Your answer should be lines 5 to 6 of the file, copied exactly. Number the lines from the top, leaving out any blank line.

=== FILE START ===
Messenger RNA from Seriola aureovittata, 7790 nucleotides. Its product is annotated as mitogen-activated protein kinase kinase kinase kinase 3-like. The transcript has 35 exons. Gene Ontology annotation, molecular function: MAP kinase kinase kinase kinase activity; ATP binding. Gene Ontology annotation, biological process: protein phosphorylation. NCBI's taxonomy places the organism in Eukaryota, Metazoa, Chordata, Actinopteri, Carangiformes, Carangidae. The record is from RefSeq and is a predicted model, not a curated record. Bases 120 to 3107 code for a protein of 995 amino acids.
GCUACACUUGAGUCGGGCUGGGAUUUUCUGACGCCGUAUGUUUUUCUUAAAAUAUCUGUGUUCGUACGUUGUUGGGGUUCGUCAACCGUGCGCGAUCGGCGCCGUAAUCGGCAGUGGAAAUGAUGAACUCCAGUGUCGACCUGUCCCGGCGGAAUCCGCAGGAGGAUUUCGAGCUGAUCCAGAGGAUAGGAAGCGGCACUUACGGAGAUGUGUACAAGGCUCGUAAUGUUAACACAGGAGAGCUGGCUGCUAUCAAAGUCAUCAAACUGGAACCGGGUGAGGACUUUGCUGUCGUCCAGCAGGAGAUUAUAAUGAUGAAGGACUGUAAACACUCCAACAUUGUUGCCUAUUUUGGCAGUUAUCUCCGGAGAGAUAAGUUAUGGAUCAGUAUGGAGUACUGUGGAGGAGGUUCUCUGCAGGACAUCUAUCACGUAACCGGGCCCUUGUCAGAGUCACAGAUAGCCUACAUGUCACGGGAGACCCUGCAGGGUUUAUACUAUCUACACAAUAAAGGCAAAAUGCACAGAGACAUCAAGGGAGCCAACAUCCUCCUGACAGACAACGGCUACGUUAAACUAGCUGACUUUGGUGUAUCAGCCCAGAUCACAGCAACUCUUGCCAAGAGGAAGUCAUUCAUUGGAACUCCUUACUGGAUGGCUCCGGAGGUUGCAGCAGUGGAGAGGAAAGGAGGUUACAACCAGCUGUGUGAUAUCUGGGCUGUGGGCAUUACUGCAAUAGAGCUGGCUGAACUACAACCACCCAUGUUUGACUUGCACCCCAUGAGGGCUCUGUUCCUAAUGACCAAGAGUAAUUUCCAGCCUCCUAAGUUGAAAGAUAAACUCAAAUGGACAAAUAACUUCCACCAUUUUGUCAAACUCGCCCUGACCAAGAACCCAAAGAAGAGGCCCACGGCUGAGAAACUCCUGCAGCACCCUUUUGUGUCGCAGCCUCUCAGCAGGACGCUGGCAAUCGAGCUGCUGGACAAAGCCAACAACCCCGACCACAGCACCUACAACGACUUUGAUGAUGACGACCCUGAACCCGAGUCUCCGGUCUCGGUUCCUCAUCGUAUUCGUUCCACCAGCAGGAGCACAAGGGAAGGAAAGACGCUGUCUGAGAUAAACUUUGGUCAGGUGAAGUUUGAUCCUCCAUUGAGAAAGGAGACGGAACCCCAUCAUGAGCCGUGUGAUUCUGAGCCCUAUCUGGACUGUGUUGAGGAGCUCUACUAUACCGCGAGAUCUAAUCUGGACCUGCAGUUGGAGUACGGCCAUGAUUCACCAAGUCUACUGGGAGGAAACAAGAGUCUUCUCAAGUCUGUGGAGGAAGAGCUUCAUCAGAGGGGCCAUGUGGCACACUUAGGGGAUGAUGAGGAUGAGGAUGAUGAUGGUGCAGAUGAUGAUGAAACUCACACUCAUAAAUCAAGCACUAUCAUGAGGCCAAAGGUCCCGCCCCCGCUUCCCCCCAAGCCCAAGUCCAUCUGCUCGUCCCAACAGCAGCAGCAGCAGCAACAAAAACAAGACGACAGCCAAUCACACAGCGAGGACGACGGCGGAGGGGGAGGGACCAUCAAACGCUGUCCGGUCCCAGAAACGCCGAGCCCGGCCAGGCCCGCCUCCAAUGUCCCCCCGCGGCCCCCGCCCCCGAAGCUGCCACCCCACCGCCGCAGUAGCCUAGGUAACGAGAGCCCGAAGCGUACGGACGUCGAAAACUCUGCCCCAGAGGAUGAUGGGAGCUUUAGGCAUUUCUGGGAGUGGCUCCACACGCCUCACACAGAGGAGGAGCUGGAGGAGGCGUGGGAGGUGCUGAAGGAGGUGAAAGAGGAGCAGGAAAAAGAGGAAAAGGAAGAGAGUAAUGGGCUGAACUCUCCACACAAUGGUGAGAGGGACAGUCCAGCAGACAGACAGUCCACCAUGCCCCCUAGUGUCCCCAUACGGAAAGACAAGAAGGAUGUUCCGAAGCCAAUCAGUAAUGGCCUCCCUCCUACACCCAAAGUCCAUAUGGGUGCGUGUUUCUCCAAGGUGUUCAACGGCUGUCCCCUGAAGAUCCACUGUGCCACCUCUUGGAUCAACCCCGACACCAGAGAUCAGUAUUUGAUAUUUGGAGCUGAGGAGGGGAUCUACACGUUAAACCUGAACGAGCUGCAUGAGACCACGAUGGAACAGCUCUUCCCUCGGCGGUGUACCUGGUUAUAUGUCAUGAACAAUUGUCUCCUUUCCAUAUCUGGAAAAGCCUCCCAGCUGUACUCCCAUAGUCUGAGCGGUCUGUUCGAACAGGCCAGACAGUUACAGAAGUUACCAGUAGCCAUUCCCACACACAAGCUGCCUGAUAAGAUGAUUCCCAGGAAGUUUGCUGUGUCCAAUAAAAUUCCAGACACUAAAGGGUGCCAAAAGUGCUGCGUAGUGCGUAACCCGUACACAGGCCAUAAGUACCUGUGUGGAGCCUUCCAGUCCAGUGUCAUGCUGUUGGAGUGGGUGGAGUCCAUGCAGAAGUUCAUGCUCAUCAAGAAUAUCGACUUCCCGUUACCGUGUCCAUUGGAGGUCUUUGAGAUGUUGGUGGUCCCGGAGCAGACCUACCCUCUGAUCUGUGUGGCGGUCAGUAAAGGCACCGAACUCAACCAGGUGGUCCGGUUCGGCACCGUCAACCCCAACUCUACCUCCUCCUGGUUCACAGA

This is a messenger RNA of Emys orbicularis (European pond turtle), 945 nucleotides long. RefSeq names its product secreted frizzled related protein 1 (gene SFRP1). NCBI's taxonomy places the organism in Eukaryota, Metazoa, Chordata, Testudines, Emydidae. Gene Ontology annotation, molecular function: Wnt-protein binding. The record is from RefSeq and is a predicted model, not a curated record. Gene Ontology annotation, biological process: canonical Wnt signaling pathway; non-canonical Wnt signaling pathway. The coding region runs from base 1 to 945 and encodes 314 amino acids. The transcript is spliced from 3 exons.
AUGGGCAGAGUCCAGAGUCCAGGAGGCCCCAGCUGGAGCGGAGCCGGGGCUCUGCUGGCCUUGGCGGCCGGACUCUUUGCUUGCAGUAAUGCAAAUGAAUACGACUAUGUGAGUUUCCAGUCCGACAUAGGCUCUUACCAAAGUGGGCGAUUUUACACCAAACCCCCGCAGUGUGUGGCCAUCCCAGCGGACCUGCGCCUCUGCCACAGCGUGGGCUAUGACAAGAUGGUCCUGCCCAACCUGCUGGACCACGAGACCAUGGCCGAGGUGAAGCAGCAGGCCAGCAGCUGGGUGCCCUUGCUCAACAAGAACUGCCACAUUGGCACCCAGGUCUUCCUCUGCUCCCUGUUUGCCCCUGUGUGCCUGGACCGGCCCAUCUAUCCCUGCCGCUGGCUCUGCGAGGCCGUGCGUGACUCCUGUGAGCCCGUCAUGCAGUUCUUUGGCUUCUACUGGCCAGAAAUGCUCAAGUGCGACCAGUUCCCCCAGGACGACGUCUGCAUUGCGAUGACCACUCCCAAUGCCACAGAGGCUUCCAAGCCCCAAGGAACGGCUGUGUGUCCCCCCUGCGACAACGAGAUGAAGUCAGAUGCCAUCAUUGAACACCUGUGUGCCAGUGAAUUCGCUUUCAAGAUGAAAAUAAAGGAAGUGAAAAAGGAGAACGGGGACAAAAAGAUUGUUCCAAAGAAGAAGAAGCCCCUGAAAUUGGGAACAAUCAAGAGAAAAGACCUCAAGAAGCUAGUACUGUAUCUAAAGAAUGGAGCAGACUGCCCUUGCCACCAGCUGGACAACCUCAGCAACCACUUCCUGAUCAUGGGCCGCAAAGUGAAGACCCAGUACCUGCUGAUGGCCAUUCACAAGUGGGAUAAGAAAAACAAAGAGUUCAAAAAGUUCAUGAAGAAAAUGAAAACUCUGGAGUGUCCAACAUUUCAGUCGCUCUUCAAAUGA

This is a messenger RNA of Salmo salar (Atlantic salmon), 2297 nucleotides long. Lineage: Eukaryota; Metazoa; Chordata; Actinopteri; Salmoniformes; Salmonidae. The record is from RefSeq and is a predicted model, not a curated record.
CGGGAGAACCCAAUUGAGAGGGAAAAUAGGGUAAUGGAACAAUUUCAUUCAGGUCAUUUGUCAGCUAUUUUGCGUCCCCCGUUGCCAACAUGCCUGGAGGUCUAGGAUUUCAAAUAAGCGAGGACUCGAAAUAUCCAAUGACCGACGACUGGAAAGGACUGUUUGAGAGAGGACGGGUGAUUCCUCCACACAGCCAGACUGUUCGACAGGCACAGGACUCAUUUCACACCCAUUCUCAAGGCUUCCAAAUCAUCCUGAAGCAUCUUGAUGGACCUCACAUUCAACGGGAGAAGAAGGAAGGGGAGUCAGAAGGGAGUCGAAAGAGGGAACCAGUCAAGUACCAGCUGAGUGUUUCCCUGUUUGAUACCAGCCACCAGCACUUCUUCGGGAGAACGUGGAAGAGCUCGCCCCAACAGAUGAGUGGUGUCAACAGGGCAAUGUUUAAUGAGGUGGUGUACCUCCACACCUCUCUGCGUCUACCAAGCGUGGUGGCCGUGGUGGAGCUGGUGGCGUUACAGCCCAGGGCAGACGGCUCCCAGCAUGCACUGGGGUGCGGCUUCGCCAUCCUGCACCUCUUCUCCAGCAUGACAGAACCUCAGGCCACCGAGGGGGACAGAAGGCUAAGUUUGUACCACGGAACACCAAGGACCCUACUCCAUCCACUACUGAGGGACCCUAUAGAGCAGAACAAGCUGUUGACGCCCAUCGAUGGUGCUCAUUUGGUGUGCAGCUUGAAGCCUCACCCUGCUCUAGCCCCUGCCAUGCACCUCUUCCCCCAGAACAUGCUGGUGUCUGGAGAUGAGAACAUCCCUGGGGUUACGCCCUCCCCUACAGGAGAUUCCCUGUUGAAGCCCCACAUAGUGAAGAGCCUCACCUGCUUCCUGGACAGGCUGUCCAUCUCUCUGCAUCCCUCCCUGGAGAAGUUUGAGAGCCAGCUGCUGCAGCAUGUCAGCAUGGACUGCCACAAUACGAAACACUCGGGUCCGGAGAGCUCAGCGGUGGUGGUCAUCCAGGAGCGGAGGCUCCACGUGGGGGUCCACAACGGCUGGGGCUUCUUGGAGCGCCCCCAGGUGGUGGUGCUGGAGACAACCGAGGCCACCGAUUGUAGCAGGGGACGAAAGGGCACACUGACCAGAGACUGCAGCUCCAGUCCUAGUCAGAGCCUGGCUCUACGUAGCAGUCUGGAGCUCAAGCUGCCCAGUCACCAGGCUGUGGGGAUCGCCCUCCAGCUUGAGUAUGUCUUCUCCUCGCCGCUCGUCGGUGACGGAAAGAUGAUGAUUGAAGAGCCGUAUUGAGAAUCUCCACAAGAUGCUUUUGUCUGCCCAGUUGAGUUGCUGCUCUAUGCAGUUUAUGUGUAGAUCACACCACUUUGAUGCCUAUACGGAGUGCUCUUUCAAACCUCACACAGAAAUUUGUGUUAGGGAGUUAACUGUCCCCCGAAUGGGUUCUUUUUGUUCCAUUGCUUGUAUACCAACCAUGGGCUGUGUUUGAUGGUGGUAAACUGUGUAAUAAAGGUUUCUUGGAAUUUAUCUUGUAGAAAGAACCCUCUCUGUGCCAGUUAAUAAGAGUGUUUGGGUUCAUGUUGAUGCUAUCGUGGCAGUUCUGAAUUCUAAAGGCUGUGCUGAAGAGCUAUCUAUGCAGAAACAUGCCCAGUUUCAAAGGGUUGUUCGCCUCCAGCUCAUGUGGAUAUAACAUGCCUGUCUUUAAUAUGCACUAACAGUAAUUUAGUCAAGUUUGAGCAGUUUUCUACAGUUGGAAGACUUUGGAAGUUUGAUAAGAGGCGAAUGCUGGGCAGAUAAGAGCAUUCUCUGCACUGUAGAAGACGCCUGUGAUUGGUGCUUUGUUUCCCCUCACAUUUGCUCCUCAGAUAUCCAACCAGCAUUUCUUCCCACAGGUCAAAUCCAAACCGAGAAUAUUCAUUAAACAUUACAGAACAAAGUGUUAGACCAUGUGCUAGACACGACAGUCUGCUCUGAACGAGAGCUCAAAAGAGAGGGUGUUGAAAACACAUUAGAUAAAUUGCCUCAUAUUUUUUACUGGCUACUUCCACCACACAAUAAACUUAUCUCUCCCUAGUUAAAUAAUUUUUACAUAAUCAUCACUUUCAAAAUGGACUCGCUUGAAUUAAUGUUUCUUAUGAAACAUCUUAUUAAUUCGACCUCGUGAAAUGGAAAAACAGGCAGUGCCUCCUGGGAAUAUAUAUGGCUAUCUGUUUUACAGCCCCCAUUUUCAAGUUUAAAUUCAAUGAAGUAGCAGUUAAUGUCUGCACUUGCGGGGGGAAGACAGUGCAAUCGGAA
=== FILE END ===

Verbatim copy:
This is a messenger RNA of Salmo salar (Atlantic salmon), 2297 nucleotides long. Lineage: Eukaryota; Metazoa; Chordata; Actinopteri; Salmoniformes; Salmonidae. The record is from RefSeq and is a predicted model, not a curated record.
CGGGAGAACCCAAUUGAGAGGGAAAAUAGGGUAAUGGAACAAUUUCAUUCAGGUCAUUUGUCAGCUAUUUUGCGUCCCCCGUUGCCAACAUGCCUGGAGGUCUAGGAUUUCAAAUAAGCGAGGACUCGAAAUAUCCAAUGACCGACGACUGGAAAGGACUGUUUGAGAGAGGACGGGUGAUUCCUCCACACAGCCAGACUGUUCGACAGGCACAGGACUCAUUUCACACCCAUUCUCAAGGCUUCCAAAUCAUCCUGAAGCAUCUUGAUGGACCUCACAUUCAACGGGAGAAGAAGGAAGGGGAGUCAGAAGGGAGUCGAAAGAGGGAACCAGUCAAGUACCAGCUGAGUGUUUCCCUGUUUGAUACCAGCCACCAGCACUUCUUCGGGAGAACGUGGAAGAGCUCGCCCCAACAGAUGAGUGGUGUCAACAGGGCAAUGUUUAAUGAGGUGGUGUACCUCCACACCUCUCUGCGUCUACCAAGCGUGGUGGCCGUGGUGGAGCUGGUGGCGUUACAGCCCAGGGCAGACGGCUCCCAGCAUGCACUGGGGUGCGGCUUCGCCAUCCUGCACCUCUUCUCCAGCAUGACAGAACCUCAGGCCACCGAGGGGGACAGAAGGCUAAGUUUGUACCACGGAACACCAAGGACCCUACUCCAUCCACUACUGAGGGACCCUAUAGAGCAGAACAAGCUGUUGACGCCCAUCGAUGGUGCUCAUUUGGUGUGCAGCUUGAAGCCUCACCCUGCUCUAGCCCCUGCCAUGCACCUCUUCCCCCAGAACAUGCUGGUGUCUGGAGAUGAGAACAUCCCUGGGGUUACGCCCUCCCCUACAGGAGAUUCCCUGUUGAAGCCCCACAUAGUGAAGAGCCUCACCUGCUUCCUGGACAGGCUGUCCAUCUCUCUGCAUCCCUCCCUGGAGAAGUUUGAGAGCCAGCUGCUGCAGCAUGUCAGCAUGGACUGCCACAAUACGAAACACUCGGGUCCGGAGAGCUCAGCGGUGGUGGUCAUCCAGGAGCGGAGGCUCCACGUGGGGGUCCACAACGGCUGGGGCUUCUUGGAGCGCCCCCAGGUGGUGGUGCUGGAGACAACCGAGGCCACCGAUUGUAGCAGGGGACGAAAGGGCACACUGACCAGAGACUGCAGCUCCAGUCCUAGUCAGAGCCUGGCUCUACGUAGCAGUCUGGAGCUCAAGCUGCCCAGUCACCAGGCUGUGGGGAUCGCCCUCCAGCUUGAGUAUGUCUUCUCCUCGCCGCUCGUCGGUGACGGAAAGAUGAUGAUUGAAGAGCCGUAUUGAGAAUCUCCACAAGAUGCUUUUGUCUGCCCAGUUGAGUUGCUGCUCUAUGCAGUUUAUGUGUAGAUCACACCACUUUGAUGCCUAUACGGAGUGCUCUUUCAAACCUCACACAGAAAUUUGUGUUAGGGAGUUAACUGUCCCCCGAAUGGGUUCUUUUUGUUCCAUUGCUUGUAUACCAACCAUGGGCUGUGUUUGAUGGUGGUAAACUGUGUAAUAAAGGUUUCUUGGAAUUUAUCUUGUAGAAAGAACCCUCUCUGUGCCAGUUAAUAAGAGUGUUUGGGUUCAUGUUGAUGCUAUCGUGGCAGUUCUGAAUUCUAAAGGCUGUGCUGAAGAGCUAUCUAUGCAGAAACAUGCCCAGUUUCAAAGGGUUGUUCGCCUCCAGCUCAUGUGGAUAUAACAUGCCUGUCUUUAAUAUGCACUAACAGUAAUUUAGUCAAGUUUGAGCAGUUUUCUACAGUUGGAAGACUUUGGAAGUUUGAUAAGAGGCGAAUGCUGGGCAGAUAAGAGCAUUCUCUGCACUGUAGAAGACGCCUGUGAUUGGUGCUUUGUUUCCCCUCACAUUUGCUCCUCAGAUAUCCAACCAGCAUUUCUUCCCACAGGUCAAAUCCAAACCGAGAAUAUUCAUUAAACAUUACAGAACAAAGUGUUAGACCAUGUGCUAGACACGACAGUCUGCUCUGAACGAGAGCUCAAAAGAGAGGGUGUUGAAAACACAUUAGAUAAAUUGCCUCAUAUUUUUUACUGGCUACUUCCACCACACAAUAAACUUAUCUCUCCCUAGUUAAAUAAUUUUUACAUAAUCAUCACUUUCAAAAUGGACUCGCUUGAAUUAAUGUUUCUUAUGAAACAUCUUAUUAAUUCGACCUCGUGAAAUGGAAAAACAGGCAGUGCCUCCUGGGAAUAUAUAUGGCUAUCUGUUUUACAGCCCCCAUUUUCAAGUUUAAAUUCAAUGAAGUAGCAGUUAAUGUCUGCACUUGCGGGGGGAAGACAGUGCAAUCGGAA